Then follows an indistinct part of the dream which because of its length I do not repeat in folio (it can be read in the original): a hall, it is necessary to escape, all exits are barred, he makes his way through handsomely appointed governmental apartments with furniture in brown and violet, past an elderly housekeeper with a lamp, he “avoids speaking to her” , and “it seems to me that I am very clever to evade her control “. He ascends a steeply rising path . . . escapes again to the station in a cab drawn by one tired horse. “I can’t ride on the railway tracks” . The seats are all taken. Finally in the train and “I find a peculiar, long braided thing in my buttonhole” . Again in front of the station, with an elderly gentleman who is blind. He gives him a glass urinal, sees his genital “plastically” . He wants “to think out a scheme to remain unrecognized” . hopes to get away without being seen.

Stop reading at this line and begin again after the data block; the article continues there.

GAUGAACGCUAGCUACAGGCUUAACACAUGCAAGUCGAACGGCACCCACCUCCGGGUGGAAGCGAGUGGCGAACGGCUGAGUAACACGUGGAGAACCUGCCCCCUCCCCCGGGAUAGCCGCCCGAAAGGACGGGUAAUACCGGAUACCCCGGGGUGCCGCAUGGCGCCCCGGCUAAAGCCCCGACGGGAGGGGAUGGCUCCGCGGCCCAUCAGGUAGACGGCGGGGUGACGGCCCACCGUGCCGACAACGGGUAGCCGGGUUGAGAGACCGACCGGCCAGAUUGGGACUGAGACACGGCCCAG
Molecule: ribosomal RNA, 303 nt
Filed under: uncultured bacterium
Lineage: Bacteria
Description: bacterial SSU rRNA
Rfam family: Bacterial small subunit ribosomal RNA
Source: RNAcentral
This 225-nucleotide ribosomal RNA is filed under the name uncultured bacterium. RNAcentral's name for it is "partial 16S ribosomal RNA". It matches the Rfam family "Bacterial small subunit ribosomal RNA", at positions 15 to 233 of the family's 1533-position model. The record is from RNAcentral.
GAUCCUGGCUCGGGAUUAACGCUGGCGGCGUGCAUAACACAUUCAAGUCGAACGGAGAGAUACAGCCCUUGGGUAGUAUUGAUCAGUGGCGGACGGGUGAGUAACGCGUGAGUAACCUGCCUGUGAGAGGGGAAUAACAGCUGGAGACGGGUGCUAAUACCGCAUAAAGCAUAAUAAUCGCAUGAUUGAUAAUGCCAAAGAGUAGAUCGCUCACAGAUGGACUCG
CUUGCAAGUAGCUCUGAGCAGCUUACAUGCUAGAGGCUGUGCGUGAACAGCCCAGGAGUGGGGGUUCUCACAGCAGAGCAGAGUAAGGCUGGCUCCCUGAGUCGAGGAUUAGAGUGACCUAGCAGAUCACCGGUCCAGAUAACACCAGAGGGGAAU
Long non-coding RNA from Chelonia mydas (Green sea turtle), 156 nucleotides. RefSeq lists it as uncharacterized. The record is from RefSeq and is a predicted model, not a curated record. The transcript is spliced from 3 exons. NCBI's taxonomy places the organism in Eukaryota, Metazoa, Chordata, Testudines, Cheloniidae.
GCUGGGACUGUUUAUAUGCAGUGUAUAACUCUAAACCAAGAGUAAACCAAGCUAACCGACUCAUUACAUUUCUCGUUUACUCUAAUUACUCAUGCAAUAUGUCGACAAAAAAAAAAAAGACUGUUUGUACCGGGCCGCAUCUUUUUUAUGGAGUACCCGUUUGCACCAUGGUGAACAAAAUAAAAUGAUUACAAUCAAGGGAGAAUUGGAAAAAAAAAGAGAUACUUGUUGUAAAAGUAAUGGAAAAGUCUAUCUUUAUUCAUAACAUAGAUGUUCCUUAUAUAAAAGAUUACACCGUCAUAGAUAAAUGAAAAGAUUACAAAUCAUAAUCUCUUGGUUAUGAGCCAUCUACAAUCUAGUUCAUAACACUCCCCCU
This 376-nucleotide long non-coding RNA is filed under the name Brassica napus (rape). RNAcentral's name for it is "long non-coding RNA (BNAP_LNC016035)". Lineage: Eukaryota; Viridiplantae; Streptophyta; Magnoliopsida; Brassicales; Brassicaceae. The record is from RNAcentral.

Freud gives a long chain of associations of memories and ideas for the interpretation, of which I wish to take up but a few.

"This phantasy which attaches itself to the thoughts evoked by the sight of Count Thun is, like the façade of an Italian church, without organic connection with the structure behind it, but unlike such a façade it is full of gaps, and confused, and in many places portions of the interior break through” .

"Here in Vienna white carnations have become the badge of the antisemites, red ones of the Social Democrats. Behind this is the recollection of an antisemitic challenge during a railway journey in beautiful Saxony “... ‘” Being a green youth, full of materialistic doctrines, I thrust myself forward in a German students’ society in order to defend an extremely one-sided position, I jump up” .

"The elderly man. obviously my father, for the blindness in one eye signifies his one-sided glaucoma, is now urinating before me... since he is blind, I must hold the glass in front of him.... I make fun of him.... Glaucoma ... cocaine” . “The analysis shows these three dreams fragments to be impertinent boasts as the result of a ridiculous megalomania which in my waking life I have long since overcome” . “In this dream I am not concerned with the reasons which force me to hide the solution, but with the motives of the inner censor who hides the true content of the dream from me” .